Tire management is poor because most drivers are too aggressive, over driving their cars, resulting in excessive tire wear. It doesn’t matter if they are new or experienced drivers. This aggressive attitude leads to fast in, or got to get on the throttle fast mentality, affecting tire management. It sets the car up for a tight condition and into the wall, because of poor tire management. Simply exceeding the ability of their tires, preventing them putting the car on the proper line around the track.
Tires and Tire management – The single most important part of going fast!
The suspension and drivetrain is set up with the goal of making the car fast. The problem arises when a driver exceeds the limits of the tires, basically over driving the corner, resulting in poor tire management.
What Tires Do – Accelerate, Decelerate and Corner
• Tires – Capable of delivering only 100% of the total force
• Front Tires – Decelerate and Corner
• Rear Tires – Accelerate and Corner
A car going straight, the front tires use part of their cornering ability, which takes away from the tires 100% force capability to keep the car going in a straight line. The rear tires use a part of the 100% for acceleration at the same time.
Entering A Turn – Relationships change
• Front Tires – Entering a turn they change over to provide forces for deceleration (due to change in tires slip angle)
• Slip Angle – The difference between the direction the tires are pointed and direction of travel
• Rear Tires – Give up a portion of their acceleration to provide for cornering ability
Over Drive The Corner
• Traction (Grip) Loss – Exceed tires ability to deliver 100% of the total forces
• Tight Condition – Front tires lose traction
• Loose Condition – Rear tire lose traction
Weight Distribution and Driving
Chassis setup, drive train and control of weight distribution have a profound effect on the tires ability to apply the forces the tires can deliver, but only to a point.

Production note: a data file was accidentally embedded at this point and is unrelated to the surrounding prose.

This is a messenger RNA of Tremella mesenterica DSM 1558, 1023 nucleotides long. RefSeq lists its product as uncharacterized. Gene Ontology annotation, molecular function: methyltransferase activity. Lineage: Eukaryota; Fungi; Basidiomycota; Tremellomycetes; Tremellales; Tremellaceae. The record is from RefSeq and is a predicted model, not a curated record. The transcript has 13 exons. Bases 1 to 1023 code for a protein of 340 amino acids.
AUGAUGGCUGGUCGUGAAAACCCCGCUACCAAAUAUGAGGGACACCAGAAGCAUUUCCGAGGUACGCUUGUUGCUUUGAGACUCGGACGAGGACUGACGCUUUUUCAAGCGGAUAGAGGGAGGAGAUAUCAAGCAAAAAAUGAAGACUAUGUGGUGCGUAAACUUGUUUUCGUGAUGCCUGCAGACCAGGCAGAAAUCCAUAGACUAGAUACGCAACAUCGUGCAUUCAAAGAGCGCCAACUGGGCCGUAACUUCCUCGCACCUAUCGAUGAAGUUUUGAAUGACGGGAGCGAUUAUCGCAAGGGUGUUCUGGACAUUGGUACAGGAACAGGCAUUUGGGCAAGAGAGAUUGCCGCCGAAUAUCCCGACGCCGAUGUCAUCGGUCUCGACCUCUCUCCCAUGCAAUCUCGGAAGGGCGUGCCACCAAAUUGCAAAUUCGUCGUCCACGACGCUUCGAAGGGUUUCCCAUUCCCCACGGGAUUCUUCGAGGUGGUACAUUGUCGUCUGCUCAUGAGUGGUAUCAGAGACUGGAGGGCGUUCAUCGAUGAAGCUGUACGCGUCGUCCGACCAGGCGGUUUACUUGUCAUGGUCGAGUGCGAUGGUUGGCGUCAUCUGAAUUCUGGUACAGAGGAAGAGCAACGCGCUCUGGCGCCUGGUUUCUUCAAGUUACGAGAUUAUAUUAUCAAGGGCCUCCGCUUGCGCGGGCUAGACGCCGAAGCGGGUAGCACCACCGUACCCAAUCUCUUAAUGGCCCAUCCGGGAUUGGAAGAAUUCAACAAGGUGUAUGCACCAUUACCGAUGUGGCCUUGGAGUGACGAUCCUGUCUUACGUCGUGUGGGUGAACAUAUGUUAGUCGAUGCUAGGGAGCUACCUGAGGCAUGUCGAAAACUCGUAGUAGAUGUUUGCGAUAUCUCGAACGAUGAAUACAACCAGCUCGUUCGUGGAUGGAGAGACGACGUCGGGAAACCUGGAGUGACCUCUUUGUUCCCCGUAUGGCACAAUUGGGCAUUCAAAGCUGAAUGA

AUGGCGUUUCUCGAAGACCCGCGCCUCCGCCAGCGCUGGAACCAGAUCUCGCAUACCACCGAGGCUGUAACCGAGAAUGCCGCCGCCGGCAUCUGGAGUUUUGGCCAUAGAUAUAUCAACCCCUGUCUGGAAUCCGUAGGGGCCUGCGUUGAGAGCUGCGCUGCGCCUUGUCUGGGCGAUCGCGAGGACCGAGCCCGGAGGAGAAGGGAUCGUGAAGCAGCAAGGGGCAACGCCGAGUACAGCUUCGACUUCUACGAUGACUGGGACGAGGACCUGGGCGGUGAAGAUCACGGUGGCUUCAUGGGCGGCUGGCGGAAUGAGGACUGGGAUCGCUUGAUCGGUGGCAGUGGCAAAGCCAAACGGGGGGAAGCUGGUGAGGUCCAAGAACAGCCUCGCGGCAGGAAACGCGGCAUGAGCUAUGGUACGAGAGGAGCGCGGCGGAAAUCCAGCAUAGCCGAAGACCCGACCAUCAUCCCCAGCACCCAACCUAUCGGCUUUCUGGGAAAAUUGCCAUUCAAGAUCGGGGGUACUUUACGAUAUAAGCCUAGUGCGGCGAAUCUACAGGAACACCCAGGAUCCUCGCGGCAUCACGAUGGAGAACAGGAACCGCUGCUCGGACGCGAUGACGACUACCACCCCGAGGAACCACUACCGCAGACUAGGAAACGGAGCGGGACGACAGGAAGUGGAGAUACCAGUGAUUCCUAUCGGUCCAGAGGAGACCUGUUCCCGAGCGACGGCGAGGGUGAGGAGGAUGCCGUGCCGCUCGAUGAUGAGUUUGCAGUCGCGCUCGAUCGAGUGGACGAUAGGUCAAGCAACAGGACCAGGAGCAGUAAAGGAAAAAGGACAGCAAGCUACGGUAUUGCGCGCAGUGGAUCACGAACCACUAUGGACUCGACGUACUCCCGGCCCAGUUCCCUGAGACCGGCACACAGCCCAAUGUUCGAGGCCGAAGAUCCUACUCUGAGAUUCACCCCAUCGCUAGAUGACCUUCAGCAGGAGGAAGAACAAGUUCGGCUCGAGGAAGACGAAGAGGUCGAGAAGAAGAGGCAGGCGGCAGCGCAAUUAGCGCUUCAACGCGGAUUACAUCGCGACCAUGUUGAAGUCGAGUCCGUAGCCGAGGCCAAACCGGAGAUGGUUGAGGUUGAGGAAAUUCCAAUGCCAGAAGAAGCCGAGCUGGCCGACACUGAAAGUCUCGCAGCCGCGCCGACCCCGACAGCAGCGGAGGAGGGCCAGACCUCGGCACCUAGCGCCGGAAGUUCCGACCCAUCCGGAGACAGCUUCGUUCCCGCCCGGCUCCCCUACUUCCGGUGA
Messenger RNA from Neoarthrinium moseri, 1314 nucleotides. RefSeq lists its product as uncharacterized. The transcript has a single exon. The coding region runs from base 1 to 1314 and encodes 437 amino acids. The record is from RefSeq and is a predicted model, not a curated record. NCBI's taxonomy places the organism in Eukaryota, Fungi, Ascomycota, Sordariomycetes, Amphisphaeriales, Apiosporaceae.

The tires will wear quicker is the price you pay, resulting in poor tire management. Do not exceed the tires ability to deliver these 3 forces. Throttle, Brakes, and Steering control the inputs to your car, effecting tire management.
• Throttle – Accelerate too hard, the tires “break loose” – Smooth, Easy Off & On equal a fast car
• Brakes – Brake too hard, the tires “break loose” – Smooth, Easy On & Off equal a fast car
• Steering – Steer too abruptly, the tires “break loose” – Slow Hands equal a fast car
Skills you need to develop are sensing traction and force feedback feel. You only have visual clues and the forces delivered by the force feedback to the steering wheel, unless you have a motion rig.
From the visual clues, practice developing traction sensing while cornering. Learn to control the weight transfer to the outside of the corner. The more this weight goes outwards, the greater the reduction in cornering ability. All this does is reduce the cornering force available from the tires.
What is really happening is the car is sliding on the tires, nearing the limits of grip. Run out of grip and the car is going to slide to the outside, change the line and develop a tight condition.
There is only one SAFE way to correct a slide. Ease off the throttle a bit! Reduce the acceleration forces on the tires so the tires can increase the ability corner! Now you can make any needed changes in your steering input. You don’t need to lift off the throttle a great deal. Just sufficient enough to allow the tires to have the ability to corner. All this will lead to better weight distribution, thus better tire management.
Do this correctly and you will be able to gain better car control. Be able to correct the line when the car gets in a tight or loose condition! Allow you to gather the car back up on a higher line without any great loss in speed. Most importantly, running out of track and hitting the wall.
Slow In and Fast Out
Try lifting off the throttle the slightest amount going into the corners to maximize the ability of the tires to accept cornering forces. Back up the corners, means get off the throttle and brake sooner later in a tire run. You will be amazed at the benefits from doing this. It will also greatly help with tire management.
Remember each tire can only deliver 100% of any of the 3 forces. Go beyond what the tires can deliver and your tires will wear out quicker, thus producing poor tire management. Generally you can almost always recover the car by simply reducing any one of the 3 forces acting on the tires.
• Tires – Front and rear tires are separate entities
• Forces – Tires will only accept 2 of the 3 forces at any one time, while cornering
• Rear tires – Subject to a minuscule amount of deceleration forces due to friction induced drag, very minor.
All of this will lead to faster lap times and better tire wear and management. While the competition uses up their tires, you will be turning better lap times later in the run. This will allow you stay on the track longer with better car control, resulting to better tire management.
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Written, Composed and Illustrated by Michael Schrader
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